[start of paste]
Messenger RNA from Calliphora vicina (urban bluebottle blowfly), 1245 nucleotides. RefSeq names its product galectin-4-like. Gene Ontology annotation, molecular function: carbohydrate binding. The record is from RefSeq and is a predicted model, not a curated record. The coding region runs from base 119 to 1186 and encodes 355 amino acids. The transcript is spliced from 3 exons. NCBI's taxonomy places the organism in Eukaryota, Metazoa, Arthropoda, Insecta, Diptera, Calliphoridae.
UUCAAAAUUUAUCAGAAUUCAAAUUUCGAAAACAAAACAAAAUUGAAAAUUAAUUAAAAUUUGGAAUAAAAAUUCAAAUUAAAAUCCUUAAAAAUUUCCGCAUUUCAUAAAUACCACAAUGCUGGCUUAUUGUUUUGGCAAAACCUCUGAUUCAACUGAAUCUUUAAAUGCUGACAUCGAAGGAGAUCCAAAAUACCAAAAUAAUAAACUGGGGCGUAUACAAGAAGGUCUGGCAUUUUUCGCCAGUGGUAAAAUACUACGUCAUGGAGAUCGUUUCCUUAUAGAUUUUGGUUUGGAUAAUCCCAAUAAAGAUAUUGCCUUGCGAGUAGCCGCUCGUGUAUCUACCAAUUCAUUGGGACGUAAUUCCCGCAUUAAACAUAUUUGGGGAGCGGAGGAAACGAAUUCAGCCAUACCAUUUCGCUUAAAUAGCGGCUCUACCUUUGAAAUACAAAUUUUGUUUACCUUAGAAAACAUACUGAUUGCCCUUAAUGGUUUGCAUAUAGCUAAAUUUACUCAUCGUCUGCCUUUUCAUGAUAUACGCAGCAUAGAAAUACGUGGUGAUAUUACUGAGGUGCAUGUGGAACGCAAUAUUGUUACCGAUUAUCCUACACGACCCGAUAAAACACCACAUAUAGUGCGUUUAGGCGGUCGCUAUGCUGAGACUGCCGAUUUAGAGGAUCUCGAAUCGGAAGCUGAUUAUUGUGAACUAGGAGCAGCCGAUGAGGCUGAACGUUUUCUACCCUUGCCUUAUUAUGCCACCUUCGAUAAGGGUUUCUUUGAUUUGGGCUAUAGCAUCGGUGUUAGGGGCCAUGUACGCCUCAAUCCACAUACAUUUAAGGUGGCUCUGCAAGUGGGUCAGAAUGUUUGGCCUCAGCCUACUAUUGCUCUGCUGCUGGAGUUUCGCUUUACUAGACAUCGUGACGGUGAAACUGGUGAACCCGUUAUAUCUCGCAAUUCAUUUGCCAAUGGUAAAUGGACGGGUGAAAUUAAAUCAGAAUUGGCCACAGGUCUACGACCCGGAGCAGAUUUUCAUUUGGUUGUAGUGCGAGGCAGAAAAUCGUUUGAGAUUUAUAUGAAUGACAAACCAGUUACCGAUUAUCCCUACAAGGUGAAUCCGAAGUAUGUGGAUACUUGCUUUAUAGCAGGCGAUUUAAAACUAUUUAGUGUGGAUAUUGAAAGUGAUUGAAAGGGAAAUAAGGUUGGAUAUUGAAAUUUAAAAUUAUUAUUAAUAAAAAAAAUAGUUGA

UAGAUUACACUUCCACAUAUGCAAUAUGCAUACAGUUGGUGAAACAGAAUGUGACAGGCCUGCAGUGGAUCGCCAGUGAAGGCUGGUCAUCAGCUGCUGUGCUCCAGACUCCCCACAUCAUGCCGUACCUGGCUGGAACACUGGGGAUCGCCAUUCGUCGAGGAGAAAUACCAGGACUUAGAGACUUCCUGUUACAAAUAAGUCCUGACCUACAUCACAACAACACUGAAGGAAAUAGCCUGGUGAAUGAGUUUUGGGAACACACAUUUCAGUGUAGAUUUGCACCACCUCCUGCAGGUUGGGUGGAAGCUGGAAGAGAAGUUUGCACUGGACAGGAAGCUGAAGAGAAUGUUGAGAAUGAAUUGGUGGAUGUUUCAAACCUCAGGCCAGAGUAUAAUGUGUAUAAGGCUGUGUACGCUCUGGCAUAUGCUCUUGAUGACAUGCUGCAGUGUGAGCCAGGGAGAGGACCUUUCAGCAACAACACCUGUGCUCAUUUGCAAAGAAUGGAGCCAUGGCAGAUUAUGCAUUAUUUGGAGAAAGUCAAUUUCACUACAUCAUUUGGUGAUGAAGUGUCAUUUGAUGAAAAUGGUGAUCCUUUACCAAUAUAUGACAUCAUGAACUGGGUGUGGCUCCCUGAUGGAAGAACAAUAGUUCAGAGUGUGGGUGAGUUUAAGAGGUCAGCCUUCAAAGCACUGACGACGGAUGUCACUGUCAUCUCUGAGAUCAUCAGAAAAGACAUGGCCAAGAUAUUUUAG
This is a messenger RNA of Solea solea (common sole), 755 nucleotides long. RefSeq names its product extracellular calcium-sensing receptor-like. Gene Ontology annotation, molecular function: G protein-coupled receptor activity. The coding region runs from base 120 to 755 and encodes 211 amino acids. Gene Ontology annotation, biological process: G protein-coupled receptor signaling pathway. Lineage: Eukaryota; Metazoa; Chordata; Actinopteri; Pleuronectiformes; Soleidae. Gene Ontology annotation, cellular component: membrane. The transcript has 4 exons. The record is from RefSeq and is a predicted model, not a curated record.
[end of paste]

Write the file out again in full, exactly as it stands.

Messenger RNA from Calliphora vicina (urban bluebottle blowfly), 1245 nucleotides. RefSeq names its product galectin-4-like. Gene Ontology annotation, molecular function: carbohydrate binding. The record is from RefSeq and is a predicted model, not a curated record. The coding region runs from base 119 to 1186 and encodes 355 amino acids. The transcript is spliced from 3 exons. NCBI's taxonomy places the organism in Eukaryota, Metazoa, Arthropoda, Insecta, Diptera, Calliphoridae.
UUCAAAAUUUAUCAGAAUUCAAAUUUCGAAAACAAAACAAAAUUGAAAAUUAAUUAAAAUUUGGAAUAAAAAUUCAAAUUAAAAUCCUUAAAAAUUUCCGCAUUUCAUAAAUACCACAAUGCUGGCUUAUUGUUUUGGCAAAACCUCUGAUUCAACUGAAUCUUUAAAUGCUGACAUCGAAGGAGAUCCAAAAUACCAAAAUAAUAAACUGGGGCGUAUACAAGAAGGUCUGGCAUUUUUCGCCAGUGGUAAAAUACUACGUCAUGGAGAUCGUUUCCUUAUAGAUUUUGGUUUGGAUAAUCCCAAUAAAGAUAUUGCCUUGCGAGUAGCCGCUCGUGUAUCUACCAAUUCAUUGGGACGUAAUUCCCGCAUUAAACAUAUUUGGGGAGCGGAGGAAACGAAUUCAGCCAUACCAUUUCGCUUAAAUAGCGGCUCUACCUUUGAAAUACAAAUUUUGUUUACCUUAGAAAACAUACUGAUUGCCCUUAAUGGUUUGCAUAUAGCUAAAUUUACUCAUCGUCUGCCUUUUCAUGAUAUACGCAGCAUAGAAAUACGUGGUGAUAUUACUGAGGUGCAUGUGGAACGCAAUAUUGUUACCGAUUAUCCUACACGACCCGAUAAAACACCACAUAUAGUGCGUUUAGGCGGUCGCUAUGCUGAGACUGCCGAUUUAGAGGAUCUCGAAUCGGAAGCUGAUUAUUGUGAACUAGGAGCAGCCGAUGAGGCUGAACGUUUUCUACCCUUGCCUUAUUAUGCCACCUUCGAUAAGGGUUUCUUUGAUUUGGGCUAUAGCAUCGGUGUUAGGGGCCAUGUACGCCUCAAUCCACAUACAUUUAAGGUGGCUCUGCAAGUGGGUCAGAAUGUUUGGCCUCAGCCUACUAUUGCUCUGCUGCUGGAGUUUCGCUUUACUAGACAUCGUGACGGUGAAACUGGUGAACCCGUUAUAUCUCGCAAUUCAUUUGCCAAUGGUAAAUGGACGGGUGAAAUUAAAUCAGAAUUGGCCACAGGUCUACGACCCGGAGCAGAUUUUCAUUUGGUUGUAGUGCGAGGCAGAAAAUCGUUUGAGAUUUAUAUGAAUGACAAACCAGUUACCGAUUAUCCCUACAAGGUGAAUCCGAAGUAUGUGGAUACUUGCUUUAUAGCAGGCGAUUUAAAACUAUUUAGUGUGGAUAUUGAAAGUGAUUGAAAGGGAAAUAAGGUUGGAUAUUGAAAUUUAAAAUUAUUAUUAAUAAAAAAAAUAGUUGA

UAGAUUACACUUCCACAUAUGCAAUAUGCAUACAGUUGGUGAAACAGAAUGUGACAGGCCUGCAGUGGAUCGCCAGUGAAGGCUGGUCAUCAGCUGCUGUGCUCCAGACUCCCCACAUCAUGCCGUACCUGGCUGGAACACUGGGGAUCGCCAUUCGUCGAGGAGAAAUACCAGGACUUAGAGACUUCCUGUUACAAAUAAGUCCUGACCUACAUCACAACAACACUGAAGGAAAUAGCCUGGUGAAUGAGUUUUGGGAACACACAUUUCAGUGUAGAUUUGCACCACCUCCUGCAGGUUGGGUGGAAGCUGGAAGAGAAGUUUGCACUGGACAGGAAGCUGAAGAGAAUGUUGAGAAUGAAUUGGUGGAUGUUUCAAACCUCAGGCCAGAGUAUAAUGUGUAUAAGGCUGUGUACGCUCUGGCAUAUGCUCUUGAUGACAUGCUGCAGUGUGAGCCAGGGAGAGGACCUUUCAGCAACAACACCUGUGCUCAUUUGCAAAGAAUGGAGCCAUGGCAGAUUAUGCAUUAUUUGGAGAAAGUCAAUUUCACUACAUCAUUUGGUGAUGAAGUGUCAUUUGAUGAAAAUGGUGAUCCUUUACCAAUAUAUGACAUCAUGAACUGGGUGUGGCUCCCUGAUGGAAGAACAAUAGUUCAGAGUGUGGGUGAGUUUAAGAGGUCAGCCUUCAAAGCACUGACGACGGAUGUCACUGUCAUCUCUGAGAUCAUCAGAAAAGACAUGGCCAAGAUAUUUUAG
This is a messenger RNA of Solea solea (common sole), 755 nucleotides long. RefSeq names its product extracellular calcium-sensing receptor-like. Gene Ontology annotation, molecular function: G protein-coupled receptor activity. The coding region runs from base 120 to 755 and encodes 211 amino acids. Gene Ontology annotation, biological process: G protein-coupled receptor signaling pathway. Lineage: Eukaryota; Metazoa; Chordata; Actinopteri; Pleuronectiformes; Soleidae. Gene Ontology annotation, cellular component: membrane. The transcript has 4 exons. The record is from RefSeq and is a predicted model, not a curated record.